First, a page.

They are fixing an old chair. There is no context that this is some particular chair that the speaker is familiar with. In fact in Finnish there's no a and the words. When I learned English (as a person who is fluent in Finnish) we were told that the is some specific chair and we don't know that here and I was taught that in single sentences where there is no context about what chair we are talking about but it's just some chair it should be a chair.
All of these sentences require you to imagine them in context. That's the nature of translating individual sentence. Without doing this, you should have just as much of an issue with the use of "they" as with "the". Both rely on context to have meaning. If a complete stranger walked up to you on the street and said this sentence to you in English, you wouldn't only be wondering "The chair? Which chair?!!!!" but also "They? Who are you talking about!?"
I agree, without context one should not assume "the". The way I learnt it in the course, if the noun comes before the verb, it is "the", otherwise it is "an". Unless of course context is provided that says otherwise.
Tuolia (roughly "some of the/a chair") indicates that we're not talking about the completed (telic) action, but the incomplete (atelic) process before completion. This fits very well with the present continuous.
Also, we would just about never say "They repair an old chair" in English. It sounds habitual. "They repair old chairs" sounds fine, but if you habitually "repair" one single old chair, that's very strange. (With extra information in the sentence, it could mean different old chairs, for example: "They repair an old chair every Sunday" means it's a different chair each Sunday.)
¨Also, we would just about never say "They repair an old chair" in English.¨
I think that we could say that in a quite ordinary context:
IN A WOOD REPAIR WORKSHOP "Are they still working on the theater´s new chairs at the workshop? - No, They finished them. They start now to repair an old chair¨.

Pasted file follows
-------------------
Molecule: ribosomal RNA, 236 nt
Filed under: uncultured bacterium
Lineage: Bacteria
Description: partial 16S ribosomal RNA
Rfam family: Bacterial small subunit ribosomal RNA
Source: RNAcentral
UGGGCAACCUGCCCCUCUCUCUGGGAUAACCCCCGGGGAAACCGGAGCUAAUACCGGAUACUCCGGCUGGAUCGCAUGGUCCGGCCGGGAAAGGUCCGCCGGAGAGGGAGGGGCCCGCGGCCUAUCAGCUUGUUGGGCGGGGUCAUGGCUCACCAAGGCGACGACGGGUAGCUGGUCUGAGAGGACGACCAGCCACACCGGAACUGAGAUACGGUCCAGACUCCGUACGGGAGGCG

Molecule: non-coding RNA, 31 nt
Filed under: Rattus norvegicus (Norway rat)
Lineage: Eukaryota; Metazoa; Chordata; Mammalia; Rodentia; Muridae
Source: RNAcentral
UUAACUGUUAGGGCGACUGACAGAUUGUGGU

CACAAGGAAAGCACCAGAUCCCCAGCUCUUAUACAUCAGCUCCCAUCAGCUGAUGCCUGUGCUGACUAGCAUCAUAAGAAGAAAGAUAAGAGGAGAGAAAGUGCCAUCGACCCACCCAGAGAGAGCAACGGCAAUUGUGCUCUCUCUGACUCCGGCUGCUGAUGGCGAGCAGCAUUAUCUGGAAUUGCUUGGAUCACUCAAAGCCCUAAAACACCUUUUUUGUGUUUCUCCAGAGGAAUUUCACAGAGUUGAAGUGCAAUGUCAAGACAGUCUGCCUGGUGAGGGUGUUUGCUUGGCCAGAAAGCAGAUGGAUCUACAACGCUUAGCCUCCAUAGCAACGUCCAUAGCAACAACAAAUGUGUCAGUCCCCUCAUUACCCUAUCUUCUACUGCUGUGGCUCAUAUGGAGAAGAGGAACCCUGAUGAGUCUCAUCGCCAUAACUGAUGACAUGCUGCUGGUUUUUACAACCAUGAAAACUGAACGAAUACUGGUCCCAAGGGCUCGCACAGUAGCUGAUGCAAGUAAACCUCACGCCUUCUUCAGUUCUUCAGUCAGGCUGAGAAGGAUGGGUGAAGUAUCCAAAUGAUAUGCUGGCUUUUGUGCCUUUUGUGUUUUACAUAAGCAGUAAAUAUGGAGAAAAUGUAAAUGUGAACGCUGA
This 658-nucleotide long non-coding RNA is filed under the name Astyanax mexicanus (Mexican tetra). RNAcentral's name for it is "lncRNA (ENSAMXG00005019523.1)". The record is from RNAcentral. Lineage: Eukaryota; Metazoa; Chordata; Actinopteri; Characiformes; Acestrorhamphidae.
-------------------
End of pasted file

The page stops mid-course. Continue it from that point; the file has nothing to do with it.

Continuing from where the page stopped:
I'm also curious about this. From this: https://en.wikipedia.org/wiki/Finnish_noun_cases, it seems like it has to do with the action being finished or not. As they are fixing the chair, it would mean that they are not finished with their repairs yet. That is, there are some parts of the fixing left to do, and therefore the direct object is in the partitive case.
This is just my guess as to why this case is used. I hope some native could shed some light on it.
In this case you can say:
1) He korjaavat tuolia or 2) He korjaavat tuolin
- They are repairing a/the chair: They are currently doing so (unless there's some other word that indicates it will happen later), they won't get the job done or you don't know if they will or not, they may be repairing it partly.
- They repair a/the chair or they will repair it: They are doing it currently or in the future and they will get the whole thing completely done.
It's the partitive, i guess. At least that's what I can gather from the wikipedia page on finnish grammar: https://en.wikipedia.org/wiki/Finnish_grammar#Cases.
There are about 15 cases in Finnish, so it will get worse. I'm saying about 15 since the accusative is weird, and can either be a single case, several cases or not really a case, depending on how you analyse it. Fortunately it's quite systematic, so it's definitely possible to learn it. The latin case system is far worse, although it has only 7 cases.
I do however wish the course creators would give us a primer on the different cases as they appear. The partitive has now been used in three skills without being explained.
I think people are relying too much on Duolingo as the only way to learn Finnish. Everytime we don't understand something, it is very likely that we will find the aswer in the comments, now that the course has been going for a month. Using that information, there are plenty of resources in the internet to figure out how the language works gramatically. In fact, just the effort we'd put on doing some research would help us remember what we're learning much more than just repeating.
Duolingo is a good tool, but not the only one.
If you login on a desktop computer or notebook you will find grammar and other helpful explanations for every topic - also for the partitive. I don't know why the information is not provided in the app for Finnish (some languages do have this button next to the key for unlocking a stage...)
Before a consonant, the indefinite article is 'a'. Before a vowel, the indefinite article is 'an'.
Before a consonant, the definite article is 'the', typically pronounced /ðə/, rhyming with 'uh'. Before a consonant, the definite article is still 'the', but may be pronounced /ði/, sounding like archaic 'thee'.